Nullification in Abortion Prosecutions: An Equilibrium Theory
72 Duke Law Journal Online (2022 Forthcoming)
17 Pages Posted: 2 Jun 2022 Last revised: 3 Nov 2022
Date Written: May 16, 2022
The Supreme Court is poised to overrule Roe v. Wade. Doing so, it will rescind recognition of a fundamental constitutional right for the first time in nearly a century. In anticipation of Roe’s demise, multiple states have already enacted laws that will criminalize abortion once the abortion right is gone. More states will follow. Calls to action have gone out to those who can protect women’s rights: the President, Congress, left-leaning state governments, and more. We add another call—to jurors.
Jurors—and sometimes judges—have the power to refuse to convict factually guilty defendants in criminal prosecutions when they believe that conviction would be unjust. This power is called “nullification.” We argue here that nullification may have an important role to play in blunting the force of the most extreme anti-abortion laws. Historically, nullification has been a weak tool for counteracting overzealous criminalization. But abortion might be different. Unlike almost all other criminal prohibitions, broad criminal bans on abortion are extremely unpopular. 90% of Americans believe that abortion should be legal in at least some cases. Thus, we argue, nullification may be a much more serious threat here than elsewhere.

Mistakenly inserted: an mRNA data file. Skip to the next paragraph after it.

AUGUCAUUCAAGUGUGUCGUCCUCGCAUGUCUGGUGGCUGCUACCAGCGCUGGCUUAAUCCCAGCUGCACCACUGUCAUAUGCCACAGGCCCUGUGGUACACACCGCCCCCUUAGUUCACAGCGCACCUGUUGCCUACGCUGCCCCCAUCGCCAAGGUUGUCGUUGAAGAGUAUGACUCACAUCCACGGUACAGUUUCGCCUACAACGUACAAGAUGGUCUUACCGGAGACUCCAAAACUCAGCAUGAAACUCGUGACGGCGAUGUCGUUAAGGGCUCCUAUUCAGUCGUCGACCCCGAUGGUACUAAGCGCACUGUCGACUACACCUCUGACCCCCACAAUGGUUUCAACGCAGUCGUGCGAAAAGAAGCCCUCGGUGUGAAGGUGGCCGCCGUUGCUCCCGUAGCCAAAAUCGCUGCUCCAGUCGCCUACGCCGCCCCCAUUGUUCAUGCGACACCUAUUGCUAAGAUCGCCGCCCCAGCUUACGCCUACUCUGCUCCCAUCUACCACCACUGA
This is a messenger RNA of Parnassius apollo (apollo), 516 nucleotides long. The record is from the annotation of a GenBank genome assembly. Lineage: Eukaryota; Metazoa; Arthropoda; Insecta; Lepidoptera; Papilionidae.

We analyze the upstream equilibrium effects of the nullification threat, arguing that it will deter prosecutors from bringing the most extreme charges. There is precedent for this: As criminal marijuana prohibitions grew steadily more unpopular, federal marijuana prosecutions fell dramatically. We suggest that the threat of nullification was responsible and that the same effect may obtain in the abortion context.
Keywords: abortion, Roe v. Wade, Casey v. Planned Parenthood, Supreme Court, jury nullification, nullification
JEL Classification: K10, K40
Suggested Citation: Suggested Citation